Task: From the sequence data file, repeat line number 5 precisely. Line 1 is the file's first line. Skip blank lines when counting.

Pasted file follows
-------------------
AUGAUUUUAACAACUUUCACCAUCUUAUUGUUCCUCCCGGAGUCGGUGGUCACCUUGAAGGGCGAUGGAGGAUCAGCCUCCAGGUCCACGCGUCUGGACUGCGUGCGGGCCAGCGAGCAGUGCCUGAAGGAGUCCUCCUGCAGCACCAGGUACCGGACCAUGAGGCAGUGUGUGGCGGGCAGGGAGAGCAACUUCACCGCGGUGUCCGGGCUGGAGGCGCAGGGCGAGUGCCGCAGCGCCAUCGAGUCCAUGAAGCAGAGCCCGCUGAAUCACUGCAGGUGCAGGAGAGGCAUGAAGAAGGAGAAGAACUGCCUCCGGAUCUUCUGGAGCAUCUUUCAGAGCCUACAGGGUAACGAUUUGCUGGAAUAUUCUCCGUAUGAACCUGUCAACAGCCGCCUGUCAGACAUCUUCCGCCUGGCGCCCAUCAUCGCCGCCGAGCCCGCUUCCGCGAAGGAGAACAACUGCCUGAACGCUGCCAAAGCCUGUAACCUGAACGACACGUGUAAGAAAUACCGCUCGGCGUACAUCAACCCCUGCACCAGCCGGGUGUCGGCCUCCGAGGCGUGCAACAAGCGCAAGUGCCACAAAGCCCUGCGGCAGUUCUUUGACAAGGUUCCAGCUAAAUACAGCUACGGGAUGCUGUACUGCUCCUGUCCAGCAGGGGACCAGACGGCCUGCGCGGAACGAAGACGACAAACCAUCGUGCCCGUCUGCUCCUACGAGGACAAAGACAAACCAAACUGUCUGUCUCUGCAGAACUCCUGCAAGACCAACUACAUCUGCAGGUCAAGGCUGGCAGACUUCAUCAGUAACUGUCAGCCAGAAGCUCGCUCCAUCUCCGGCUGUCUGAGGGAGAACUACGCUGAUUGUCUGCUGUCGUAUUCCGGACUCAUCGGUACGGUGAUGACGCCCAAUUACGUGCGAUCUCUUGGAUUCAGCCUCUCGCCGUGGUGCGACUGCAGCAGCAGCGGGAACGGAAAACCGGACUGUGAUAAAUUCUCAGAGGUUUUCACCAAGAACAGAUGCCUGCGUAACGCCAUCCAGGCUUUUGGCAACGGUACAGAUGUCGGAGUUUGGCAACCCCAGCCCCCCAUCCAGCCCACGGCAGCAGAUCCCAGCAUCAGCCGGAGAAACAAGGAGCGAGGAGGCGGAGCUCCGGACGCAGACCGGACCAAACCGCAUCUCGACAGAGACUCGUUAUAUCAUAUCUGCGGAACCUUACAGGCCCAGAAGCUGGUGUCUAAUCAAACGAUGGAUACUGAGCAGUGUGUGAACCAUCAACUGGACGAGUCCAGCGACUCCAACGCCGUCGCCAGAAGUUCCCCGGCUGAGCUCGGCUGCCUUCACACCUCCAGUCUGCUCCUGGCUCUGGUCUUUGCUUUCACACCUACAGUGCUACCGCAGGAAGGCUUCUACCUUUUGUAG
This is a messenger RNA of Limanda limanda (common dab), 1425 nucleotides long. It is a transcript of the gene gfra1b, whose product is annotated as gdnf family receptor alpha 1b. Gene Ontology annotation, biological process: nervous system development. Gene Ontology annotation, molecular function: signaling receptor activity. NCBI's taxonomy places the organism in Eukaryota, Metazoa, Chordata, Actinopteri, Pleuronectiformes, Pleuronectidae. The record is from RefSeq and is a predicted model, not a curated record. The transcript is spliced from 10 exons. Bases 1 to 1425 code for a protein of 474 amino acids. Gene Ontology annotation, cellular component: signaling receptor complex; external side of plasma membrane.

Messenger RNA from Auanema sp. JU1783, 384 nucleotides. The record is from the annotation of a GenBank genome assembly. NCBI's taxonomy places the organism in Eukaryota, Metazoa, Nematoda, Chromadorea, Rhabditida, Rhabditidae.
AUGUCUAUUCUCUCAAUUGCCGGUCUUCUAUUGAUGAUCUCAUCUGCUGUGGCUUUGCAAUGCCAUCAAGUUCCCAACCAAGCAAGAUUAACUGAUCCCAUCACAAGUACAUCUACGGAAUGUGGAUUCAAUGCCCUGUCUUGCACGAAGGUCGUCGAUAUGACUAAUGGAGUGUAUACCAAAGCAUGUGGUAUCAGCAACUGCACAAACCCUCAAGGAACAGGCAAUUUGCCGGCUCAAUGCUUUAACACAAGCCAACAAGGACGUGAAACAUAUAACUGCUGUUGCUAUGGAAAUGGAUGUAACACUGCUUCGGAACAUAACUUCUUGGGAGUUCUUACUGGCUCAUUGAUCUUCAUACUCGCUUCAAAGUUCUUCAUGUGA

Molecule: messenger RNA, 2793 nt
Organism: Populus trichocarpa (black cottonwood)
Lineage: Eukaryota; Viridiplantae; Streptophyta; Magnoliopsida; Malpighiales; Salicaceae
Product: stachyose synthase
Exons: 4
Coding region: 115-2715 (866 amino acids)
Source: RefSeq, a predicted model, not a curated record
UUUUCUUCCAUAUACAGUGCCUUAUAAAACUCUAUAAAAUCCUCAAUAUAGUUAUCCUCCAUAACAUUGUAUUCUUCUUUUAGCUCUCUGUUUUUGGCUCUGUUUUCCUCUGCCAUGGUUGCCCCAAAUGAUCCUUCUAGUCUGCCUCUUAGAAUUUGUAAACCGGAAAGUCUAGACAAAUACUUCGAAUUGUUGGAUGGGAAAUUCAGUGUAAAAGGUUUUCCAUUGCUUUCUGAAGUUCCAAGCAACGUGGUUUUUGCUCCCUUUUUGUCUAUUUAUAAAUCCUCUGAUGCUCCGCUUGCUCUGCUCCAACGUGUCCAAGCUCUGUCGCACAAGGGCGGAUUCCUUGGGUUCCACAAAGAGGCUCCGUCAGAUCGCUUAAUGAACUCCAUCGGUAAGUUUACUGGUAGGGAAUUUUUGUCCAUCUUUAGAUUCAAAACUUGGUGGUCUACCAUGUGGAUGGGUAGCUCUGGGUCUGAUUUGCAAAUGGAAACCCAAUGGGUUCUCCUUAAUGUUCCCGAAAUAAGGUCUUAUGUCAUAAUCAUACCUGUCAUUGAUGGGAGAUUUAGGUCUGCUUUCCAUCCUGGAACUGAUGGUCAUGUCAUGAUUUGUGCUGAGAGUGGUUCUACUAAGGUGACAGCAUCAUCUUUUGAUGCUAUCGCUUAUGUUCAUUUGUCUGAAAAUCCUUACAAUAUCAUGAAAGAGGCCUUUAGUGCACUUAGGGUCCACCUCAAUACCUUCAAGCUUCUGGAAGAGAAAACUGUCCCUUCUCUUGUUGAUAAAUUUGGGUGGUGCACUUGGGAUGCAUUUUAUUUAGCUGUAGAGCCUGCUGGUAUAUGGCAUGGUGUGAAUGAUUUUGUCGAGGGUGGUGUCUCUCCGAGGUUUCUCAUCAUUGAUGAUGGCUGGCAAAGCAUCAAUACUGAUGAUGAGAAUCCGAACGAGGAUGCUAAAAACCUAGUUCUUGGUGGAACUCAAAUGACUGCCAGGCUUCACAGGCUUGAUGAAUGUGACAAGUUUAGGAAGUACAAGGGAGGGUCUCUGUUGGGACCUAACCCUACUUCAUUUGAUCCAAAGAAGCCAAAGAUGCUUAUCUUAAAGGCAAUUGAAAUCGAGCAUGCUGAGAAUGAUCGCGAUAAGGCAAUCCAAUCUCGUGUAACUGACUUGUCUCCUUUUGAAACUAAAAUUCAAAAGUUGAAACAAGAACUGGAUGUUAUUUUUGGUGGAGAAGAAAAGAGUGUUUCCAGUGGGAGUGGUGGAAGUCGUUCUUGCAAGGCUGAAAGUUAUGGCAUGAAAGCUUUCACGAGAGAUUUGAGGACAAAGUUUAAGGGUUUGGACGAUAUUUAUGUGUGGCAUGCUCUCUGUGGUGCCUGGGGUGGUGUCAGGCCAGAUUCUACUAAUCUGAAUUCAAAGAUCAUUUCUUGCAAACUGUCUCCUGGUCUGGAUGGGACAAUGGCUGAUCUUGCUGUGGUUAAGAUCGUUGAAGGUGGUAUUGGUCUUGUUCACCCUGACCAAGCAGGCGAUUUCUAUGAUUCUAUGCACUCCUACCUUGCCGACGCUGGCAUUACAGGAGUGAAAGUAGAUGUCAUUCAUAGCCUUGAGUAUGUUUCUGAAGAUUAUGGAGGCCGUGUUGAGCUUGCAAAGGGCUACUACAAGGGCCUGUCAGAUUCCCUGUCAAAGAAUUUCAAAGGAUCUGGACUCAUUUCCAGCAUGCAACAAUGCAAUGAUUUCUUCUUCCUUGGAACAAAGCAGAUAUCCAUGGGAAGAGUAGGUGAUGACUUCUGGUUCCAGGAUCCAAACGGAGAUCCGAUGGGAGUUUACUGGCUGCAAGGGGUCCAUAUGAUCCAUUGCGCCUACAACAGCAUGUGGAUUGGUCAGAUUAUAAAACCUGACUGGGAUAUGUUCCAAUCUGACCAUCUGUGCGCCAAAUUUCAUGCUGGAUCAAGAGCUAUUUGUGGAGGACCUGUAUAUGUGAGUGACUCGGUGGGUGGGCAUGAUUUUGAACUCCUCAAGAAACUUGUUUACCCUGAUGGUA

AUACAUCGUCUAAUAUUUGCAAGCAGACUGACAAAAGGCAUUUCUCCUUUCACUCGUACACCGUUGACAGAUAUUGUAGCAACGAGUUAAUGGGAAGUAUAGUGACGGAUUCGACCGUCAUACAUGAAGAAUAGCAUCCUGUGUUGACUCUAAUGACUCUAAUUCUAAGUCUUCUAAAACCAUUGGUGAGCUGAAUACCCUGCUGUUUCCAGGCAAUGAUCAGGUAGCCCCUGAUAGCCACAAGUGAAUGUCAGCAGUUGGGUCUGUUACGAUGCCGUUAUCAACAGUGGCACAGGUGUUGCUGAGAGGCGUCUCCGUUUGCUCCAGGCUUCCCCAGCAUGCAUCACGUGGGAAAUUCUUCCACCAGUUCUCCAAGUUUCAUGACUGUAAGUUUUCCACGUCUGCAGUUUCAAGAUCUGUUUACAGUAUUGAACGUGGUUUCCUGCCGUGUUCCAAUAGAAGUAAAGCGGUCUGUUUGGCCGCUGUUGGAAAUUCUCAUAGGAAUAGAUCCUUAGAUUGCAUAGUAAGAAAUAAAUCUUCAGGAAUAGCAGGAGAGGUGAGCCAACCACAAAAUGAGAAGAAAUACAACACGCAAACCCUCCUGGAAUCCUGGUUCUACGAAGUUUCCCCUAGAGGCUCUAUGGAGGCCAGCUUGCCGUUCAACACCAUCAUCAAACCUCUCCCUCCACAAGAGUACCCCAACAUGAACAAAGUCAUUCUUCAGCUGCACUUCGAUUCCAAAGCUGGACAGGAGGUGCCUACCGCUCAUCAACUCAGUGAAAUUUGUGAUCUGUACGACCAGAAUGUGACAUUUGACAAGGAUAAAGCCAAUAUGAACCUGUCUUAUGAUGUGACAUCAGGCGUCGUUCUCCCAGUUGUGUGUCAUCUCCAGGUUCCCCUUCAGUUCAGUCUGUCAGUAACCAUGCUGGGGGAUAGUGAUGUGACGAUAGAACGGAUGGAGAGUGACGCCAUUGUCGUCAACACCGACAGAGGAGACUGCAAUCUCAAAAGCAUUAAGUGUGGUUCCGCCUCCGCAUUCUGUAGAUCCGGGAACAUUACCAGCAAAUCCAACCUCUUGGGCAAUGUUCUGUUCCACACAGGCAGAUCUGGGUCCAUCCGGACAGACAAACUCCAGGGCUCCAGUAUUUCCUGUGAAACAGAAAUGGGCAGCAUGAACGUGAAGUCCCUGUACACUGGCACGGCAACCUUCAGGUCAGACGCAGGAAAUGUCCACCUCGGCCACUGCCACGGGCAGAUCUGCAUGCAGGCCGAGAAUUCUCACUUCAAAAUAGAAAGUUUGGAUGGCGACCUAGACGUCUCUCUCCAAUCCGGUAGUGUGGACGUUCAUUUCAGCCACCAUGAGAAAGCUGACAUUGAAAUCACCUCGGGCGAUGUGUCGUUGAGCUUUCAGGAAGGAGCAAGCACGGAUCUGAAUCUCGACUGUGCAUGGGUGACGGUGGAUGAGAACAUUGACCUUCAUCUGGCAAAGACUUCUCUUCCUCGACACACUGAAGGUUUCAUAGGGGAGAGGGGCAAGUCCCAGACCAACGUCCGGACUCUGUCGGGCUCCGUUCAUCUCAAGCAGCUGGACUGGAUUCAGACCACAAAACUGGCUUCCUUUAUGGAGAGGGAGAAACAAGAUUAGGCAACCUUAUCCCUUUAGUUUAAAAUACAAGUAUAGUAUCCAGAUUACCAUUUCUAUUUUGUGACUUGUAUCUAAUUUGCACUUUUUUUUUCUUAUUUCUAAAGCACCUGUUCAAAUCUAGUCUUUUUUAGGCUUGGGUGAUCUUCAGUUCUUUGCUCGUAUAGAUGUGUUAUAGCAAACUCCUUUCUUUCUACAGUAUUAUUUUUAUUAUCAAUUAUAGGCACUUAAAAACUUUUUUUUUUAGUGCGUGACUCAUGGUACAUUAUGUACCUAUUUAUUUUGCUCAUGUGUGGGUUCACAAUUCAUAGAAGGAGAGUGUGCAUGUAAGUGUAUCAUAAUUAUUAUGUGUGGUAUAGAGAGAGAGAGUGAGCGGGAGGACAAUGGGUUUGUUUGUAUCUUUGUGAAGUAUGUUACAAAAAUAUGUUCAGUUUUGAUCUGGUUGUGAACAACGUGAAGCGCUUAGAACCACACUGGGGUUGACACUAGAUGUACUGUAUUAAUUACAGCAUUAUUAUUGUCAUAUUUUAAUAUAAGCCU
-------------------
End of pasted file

Molecule: messenger RNA, 2793 nt